What is admirable, to my mind, about Esperanto, is that it has made it possible for an ordinary person like me to converse and or correspond with people of various nationalities, in a neutral language that is far easier to learn than any national language, and more widely known than Malay. Eventually, I feel sure, common sense will prevail, and Esperanto will become everyone’s second language. Although I am British, born and bred, I feel that it is extremely unjust for British people to take advantage of the current dominance of the English language. It is not dominant because of its structure, but only because there was once a British Empire, and America is currently the world’s richest nation. The way to make friends with foreigners on equal terms is to learn Esperanto thoroughly, and use it. This can be done on internet, for nothing.

  13. According to the Introduction to the popular textbook, Teach Yourself Esperanto: “A trained linguist will probably acquire a reasonable command of Esperanto after no more than a dozen hours of study. Those who are not specially trained will need rather longer, perhaps up to a hundred hours. For them it is necessary to study it in small but frequent doses. If you study for only ten minutes, carefully but deliberately, you will almost certainly remember most of it, and so make small but definite progress. Whereas if you sit for two solid hours ‘swotting’ Esperanto, your time will probably have been wasted.”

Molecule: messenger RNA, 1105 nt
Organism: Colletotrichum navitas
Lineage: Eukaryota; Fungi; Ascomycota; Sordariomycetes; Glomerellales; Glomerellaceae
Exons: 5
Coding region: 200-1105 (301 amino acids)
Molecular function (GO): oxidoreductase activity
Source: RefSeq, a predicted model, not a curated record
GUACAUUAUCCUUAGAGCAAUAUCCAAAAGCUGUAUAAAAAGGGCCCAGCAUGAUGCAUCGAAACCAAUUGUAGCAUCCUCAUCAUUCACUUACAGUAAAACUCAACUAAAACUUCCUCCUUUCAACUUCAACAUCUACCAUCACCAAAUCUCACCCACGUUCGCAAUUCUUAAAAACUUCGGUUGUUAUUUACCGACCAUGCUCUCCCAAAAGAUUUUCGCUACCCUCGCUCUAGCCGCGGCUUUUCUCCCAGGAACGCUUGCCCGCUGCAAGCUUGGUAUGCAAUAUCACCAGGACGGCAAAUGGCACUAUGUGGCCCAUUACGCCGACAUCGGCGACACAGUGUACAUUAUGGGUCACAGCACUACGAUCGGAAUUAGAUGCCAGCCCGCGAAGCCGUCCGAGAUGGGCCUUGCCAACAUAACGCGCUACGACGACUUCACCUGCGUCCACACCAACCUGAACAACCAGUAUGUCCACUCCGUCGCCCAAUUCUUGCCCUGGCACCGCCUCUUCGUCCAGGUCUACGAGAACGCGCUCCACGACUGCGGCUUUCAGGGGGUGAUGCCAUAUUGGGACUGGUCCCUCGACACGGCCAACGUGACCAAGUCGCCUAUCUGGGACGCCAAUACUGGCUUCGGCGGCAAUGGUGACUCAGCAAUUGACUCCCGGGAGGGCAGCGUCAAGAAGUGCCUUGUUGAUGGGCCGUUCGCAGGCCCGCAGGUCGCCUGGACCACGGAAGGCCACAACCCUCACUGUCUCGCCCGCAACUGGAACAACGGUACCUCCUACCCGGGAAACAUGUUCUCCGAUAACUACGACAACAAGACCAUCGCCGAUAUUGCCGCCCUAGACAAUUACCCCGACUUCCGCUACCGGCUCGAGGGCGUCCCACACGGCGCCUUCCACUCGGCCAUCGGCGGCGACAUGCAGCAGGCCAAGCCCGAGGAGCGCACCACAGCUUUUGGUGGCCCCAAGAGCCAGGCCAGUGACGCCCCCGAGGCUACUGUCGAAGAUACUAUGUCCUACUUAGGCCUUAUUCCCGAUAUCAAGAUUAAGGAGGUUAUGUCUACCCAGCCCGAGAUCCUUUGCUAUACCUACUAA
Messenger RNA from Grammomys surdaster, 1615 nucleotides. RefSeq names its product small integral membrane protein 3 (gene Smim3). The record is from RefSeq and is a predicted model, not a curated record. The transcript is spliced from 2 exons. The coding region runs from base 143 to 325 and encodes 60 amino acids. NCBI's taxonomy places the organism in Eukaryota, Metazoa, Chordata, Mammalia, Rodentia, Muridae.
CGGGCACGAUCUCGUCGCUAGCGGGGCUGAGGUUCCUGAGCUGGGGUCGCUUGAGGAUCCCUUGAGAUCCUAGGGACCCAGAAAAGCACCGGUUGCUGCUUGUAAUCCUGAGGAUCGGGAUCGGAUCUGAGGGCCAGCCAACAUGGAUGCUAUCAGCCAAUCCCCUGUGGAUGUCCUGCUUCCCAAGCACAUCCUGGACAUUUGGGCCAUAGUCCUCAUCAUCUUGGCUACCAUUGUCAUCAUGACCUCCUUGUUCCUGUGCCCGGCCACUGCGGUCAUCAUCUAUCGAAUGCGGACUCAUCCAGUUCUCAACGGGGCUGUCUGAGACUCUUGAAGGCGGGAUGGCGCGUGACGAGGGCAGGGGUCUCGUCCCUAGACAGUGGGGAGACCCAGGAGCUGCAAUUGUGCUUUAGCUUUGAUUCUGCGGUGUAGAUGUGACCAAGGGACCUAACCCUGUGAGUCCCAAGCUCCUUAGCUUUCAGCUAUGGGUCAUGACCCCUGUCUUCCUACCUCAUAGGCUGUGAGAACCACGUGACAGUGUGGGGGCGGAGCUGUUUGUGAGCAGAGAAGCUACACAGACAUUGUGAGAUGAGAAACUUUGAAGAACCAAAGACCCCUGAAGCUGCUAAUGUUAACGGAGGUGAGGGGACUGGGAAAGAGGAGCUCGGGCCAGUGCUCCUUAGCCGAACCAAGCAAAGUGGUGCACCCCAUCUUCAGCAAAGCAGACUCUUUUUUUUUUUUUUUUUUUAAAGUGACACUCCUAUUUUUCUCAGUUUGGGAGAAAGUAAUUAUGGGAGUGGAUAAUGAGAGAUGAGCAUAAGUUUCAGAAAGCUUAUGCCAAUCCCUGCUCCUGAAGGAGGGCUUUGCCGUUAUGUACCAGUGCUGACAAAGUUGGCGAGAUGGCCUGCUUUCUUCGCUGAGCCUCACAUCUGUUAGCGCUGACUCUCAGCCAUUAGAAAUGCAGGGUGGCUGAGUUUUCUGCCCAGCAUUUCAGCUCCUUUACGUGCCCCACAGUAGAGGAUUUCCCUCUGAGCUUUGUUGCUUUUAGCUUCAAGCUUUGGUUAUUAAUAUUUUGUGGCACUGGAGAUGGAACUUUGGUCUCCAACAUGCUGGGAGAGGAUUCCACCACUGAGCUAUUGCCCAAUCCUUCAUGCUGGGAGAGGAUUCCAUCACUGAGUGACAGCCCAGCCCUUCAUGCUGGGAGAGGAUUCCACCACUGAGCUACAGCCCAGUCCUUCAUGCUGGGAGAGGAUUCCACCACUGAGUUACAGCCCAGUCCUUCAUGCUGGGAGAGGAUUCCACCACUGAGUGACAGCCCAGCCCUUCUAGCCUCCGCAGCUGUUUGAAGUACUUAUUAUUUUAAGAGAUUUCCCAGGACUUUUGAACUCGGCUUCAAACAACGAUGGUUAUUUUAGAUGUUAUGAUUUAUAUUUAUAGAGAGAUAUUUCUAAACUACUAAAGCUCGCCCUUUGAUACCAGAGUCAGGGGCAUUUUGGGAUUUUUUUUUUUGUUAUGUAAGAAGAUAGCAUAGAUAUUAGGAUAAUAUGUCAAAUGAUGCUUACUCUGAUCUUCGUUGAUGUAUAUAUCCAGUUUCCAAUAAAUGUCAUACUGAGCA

14. It’s also important to make the distinction whether it is easy to learn how to write and speak a given language. By writing I mean using a different alphabet than ours, like Chinese or Japanese. Japanese isn’t an especially complicated language (except for the numbering system, what were they thinking?) if you use the latin alphabet. But if you wanted to learn how to write in Japanese, well, good luck!

    On the other hand, Russian may be hard to learn in writing, even though most Poles can sort of make out what the Russians are saying.

    1. Another distinction that is important to make is how well one wants to speak the language. Spoken Japanese is simple only if one speaks at a child’s level. However, in order to speak correctly as an adult is incredibly complex, since it requires understanding both a very complex grammar, as well as the cultural cues for when to use casual, polite, honorific, humble, formal, informal and combinations of these conjugations, since one must conjugate the same verb differently for speaking to a man, a woman, a dog, a child, an adult friend, a mere acquaintance, a shopkeeper, a professor, or the emperor. That doesn’t bring into consideration other tenses, such as transitive/intransitive, passive, suffering passive, etc.

      1. Very true. I speak a bit of Japanese (very chotto) and the basics are very much… basic, however, once you move up a gear into honorifics then it certainly does get mighty complicated.

  15. Easy depends on your frame of reference; if your background is from a romance or germanic language will have a distinct difference from slavic or asian or mid-eastern language.

  16. I think efficiency is not synonymous with ease of grasping a particular language. English became widespread for some reasons, but there are a lot of people who deem this language very difficult to learn. Yet, they struggle to learn it because it’s become a must if they want to succeed in the contemporary society.